Tag Archives: Transition

Book Review Raising Hasana: A must have for parents with ADHD

Raising Hasana: Summer Adventures

Subtitle: A parent’s guide to building enriching experiences for your daughter with ADHD

Author:   Rhashidah Perry

Copyright:   2016

Pages:  48

 

Raising children is challenging. The Greek philosopher Democritus put it down like this; Raising children is an uncertain thing; success is reached only after a life of battle and worry.  Even in the best of times, situations, and environments of health, support,
resources, and love, the quote above still holds true.  Raising children is extremely challenging, a true labor of love. For parents of children (ages 5-17), approximately 10% are diagnosed with Attention Deficit Hyperactivity Disorder (ADHD).  For boys of the same age range, their percentage spikes to 14% while 6% of girls are identified with ADHD.  Children with ADHD may have trouble paying attention, controlling impulsive behaviors (may act without thinking about what the result will be), or be overly active. Although ADHD can’t be cured, it can be successfully managed, and some symptoms may improve as the child ages.

There is a clinical side to understanding and experiencing ADHD and how children manifest it but author Rhashidah Perry, a certified parent trainer with CHADD, a nonprofit organization that operates as a national resource on ADHD, chronicles a more personal experience and journey as a mother and family member with a child with ADHD.  She journals over the course of a summer the challenges of transitioning from the structure of school year to the less structured summer vacation, the change in medications and dosages, navigating dual parenting roles, and ensuring attention is shared with siblings and other family members.

Almost technical and jargon-free, Perry shares significant moments in her, her daughter, and the other family members lives as if sitting with you over a cup of coffee or in a car on the way to take care of errands.  Her comments, observations, frustrations, and celebrations are honest, clear, and helps to paint the picture that it is not only the child with ADHD, the entire family experiences ADHD.

Although the book’s focus in on guiding parents of children with ADHD, it is a revealing look at the challenges, frustrations, battles, and balancing acts Perry has on a daily basis, such as meticulously setting out clothes the night before to ensure a smooth morning and carefully monitoring prescriptions.  Perry also has to fight to ensure proper and appropriate IEP (Individual Education Program) in school, confronts family members who don’t understand what ADHD is, or even how to find moments simply to rest.

Perry’s book exemplifies the sometimes fatigued filled, repetitious, and nerve-wearing existence that she and other parents of children with ADHD experience.  Because of the unpredictability of school, home, and other places of activity, the parent is always on alert, which is draining and has a significant impact on the family environment.

Raising Hasana is a book by a parent for parents.  In its succinctness, Perry reveals the everyday challenges faced but, in all things, shows that love and commitment are the greatest tools to help children with ADHD.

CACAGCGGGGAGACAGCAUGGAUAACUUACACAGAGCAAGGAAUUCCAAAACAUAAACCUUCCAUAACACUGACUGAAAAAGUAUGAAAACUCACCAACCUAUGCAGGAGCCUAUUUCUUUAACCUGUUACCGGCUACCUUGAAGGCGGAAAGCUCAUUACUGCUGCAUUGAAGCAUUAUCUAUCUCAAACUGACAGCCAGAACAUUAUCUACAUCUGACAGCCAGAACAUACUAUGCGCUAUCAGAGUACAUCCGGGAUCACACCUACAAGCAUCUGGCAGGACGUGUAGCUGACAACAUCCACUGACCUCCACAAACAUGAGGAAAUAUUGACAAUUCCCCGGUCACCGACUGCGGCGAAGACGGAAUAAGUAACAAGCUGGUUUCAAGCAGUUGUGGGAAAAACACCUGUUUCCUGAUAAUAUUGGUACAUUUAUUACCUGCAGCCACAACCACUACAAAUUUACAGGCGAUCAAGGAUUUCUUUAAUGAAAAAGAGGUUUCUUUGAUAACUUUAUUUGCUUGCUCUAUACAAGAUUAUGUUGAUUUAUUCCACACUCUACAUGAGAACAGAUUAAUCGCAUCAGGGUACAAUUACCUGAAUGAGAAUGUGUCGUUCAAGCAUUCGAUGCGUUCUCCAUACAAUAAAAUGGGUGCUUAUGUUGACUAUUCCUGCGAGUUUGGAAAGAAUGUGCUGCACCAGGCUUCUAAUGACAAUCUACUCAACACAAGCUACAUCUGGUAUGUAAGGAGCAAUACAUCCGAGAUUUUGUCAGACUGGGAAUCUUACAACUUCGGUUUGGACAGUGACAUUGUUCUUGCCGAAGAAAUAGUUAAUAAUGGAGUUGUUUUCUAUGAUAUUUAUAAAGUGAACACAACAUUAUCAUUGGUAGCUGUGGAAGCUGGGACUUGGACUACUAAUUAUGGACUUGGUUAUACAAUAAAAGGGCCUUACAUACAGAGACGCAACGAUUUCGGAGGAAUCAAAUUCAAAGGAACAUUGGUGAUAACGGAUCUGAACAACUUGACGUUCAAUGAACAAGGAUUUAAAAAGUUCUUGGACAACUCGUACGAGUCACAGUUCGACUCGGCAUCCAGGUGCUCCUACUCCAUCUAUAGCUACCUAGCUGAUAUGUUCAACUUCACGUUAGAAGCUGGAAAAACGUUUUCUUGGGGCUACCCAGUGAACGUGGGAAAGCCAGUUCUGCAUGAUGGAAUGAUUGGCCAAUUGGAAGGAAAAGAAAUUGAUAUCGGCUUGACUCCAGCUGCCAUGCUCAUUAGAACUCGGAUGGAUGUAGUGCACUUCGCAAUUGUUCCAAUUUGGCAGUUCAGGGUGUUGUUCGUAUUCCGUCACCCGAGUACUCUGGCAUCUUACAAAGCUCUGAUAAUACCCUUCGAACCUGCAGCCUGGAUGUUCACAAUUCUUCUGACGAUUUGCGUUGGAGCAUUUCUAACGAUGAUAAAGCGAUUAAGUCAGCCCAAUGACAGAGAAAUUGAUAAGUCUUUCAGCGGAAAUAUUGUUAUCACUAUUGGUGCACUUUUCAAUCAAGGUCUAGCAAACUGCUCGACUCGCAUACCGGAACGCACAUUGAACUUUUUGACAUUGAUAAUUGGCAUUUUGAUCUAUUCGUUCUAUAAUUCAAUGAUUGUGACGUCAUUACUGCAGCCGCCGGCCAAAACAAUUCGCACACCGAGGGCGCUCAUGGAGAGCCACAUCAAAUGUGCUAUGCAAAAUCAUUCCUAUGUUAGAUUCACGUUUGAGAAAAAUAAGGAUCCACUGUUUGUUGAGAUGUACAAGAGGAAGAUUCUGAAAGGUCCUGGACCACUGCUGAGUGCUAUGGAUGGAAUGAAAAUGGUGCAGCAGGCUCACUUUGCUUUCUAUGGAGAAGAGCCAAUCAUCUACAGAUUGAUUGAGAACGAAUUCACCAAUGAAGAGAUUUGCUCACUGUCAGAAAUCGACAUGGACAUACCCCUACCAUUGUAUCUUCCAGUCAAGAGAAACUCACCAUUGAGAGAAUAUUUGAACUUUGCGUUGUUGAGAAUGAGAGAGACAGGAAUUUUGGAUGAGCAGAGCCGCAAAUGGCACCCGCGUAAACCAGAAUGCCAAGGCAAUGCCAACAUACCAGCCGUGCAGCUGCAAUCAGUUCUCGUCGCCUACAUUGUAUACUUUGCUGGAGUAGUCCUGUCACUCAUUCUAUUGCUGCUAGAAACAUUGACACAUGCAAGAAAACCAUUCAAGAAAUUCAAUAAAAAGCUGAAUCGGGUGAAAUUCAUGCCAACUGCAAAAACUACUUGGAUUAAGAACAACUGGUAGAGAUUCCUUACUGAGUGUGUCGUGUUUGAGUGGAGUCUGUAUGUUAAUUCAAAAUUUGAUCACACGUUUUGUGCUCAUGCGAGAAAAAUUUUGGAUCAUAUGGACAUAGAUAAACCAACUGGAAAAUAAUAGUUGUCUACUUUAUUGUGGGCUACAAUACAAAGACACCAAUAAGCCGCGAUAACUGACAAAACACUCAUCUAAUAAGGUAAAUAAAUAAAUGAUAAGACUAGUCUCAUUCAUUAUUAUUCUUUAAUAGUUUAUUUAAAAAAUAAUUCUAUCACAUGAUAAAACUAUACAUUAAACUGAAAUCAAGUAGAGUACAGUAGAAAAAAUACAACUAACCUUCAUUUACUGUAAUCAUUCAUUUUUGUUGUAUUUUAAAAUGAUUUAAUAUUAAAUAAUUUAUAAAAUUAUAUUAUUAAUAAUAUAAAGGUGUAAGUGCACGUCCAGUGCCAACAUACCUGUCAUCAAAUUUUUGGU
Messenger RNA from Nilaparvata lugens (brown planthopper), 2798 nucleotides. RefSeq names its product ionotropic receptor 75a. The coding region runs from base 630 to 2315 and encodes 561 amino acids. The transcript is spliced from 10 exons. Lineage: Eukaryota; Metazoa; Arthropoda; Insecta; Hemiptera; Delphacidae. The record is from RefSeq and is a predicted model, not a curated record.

You can get your copy at Amazon.com

Guy A. Sims is the author of the novel, Living Just A Little, and the crime novellas, The Cold Hard Cases of Duke Denim.  He is also the head writer of the Brotherman: Dictator of Discipline comic book series and the Brotherman graphic novel, Revelation. 

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Aunt Sadie’s Angel: Book Review

Aunt Sadie’s Angel: A Review

Author: Lisa-Jane Erwin

Illustrator: Lauren A. Brown

Copyright 2015

220 pages

 

Whatever you learned about Heaven in Sunday School…forget it!  Aunt Sadie’s Angel re-imagines the heavenly kingdom as a celestial organization, complete with bureaucracy, professional challenges, political jockeying, miscommunication, and the stresses of doing an eternity of good work.  Author Lisa-Jane Erwin presents the story of having to put aside a lifetime of differences in order to provide care for a young girl.

Elderly Aunt Sadie, only weeks away from being spirited to the Pearly Gates, is throwing paradise into confusion.  The head wing-maAngelsker is not prepared, there is the uncertainty of who her guardian angel is, and worst of all, when Aunt Sadie’s mortality expires, and the granddaughter she is caring for will be left alone.  Angels are scrambling to figure out who her father is and what angelic side of the family will watch over her. Rivalries and responsibilities are called into question, all under the watchful eye of the Most High.

Lisa-Jane Erwin’s writing is clear and direct, painting a heavenly landscape as a place divided by occupations, importance, and activities.  The story reads like a tale told around the fireplace on a Saturday evening, inviting the audience to be spellbound and asking for more.  It requires the reader to suspend preconceived notions of Heaven and the behavior of angels.  Some may find it refreshing to find heavenly residents to continue to have the same human foibles as they did on Earthly plane.

Suitable for younger readers, complete with strong messages of faith, responsibility, and a commitment to serving a higher power.  A common read for a youth group or a summer reading selection.

You can get your copy of Aunt Sadie’s Angel at Amazon.com and lisajaneerwin.com.

Guy A. Sims is the author of the novel, Living Just A Little, and the crime novellas, The Cold Hard Cases of Duke Denim.  He is also the head writer of the Brotherman: Dictator of Discipline comic book series and the Brotherman graphic novel, Revelation.  

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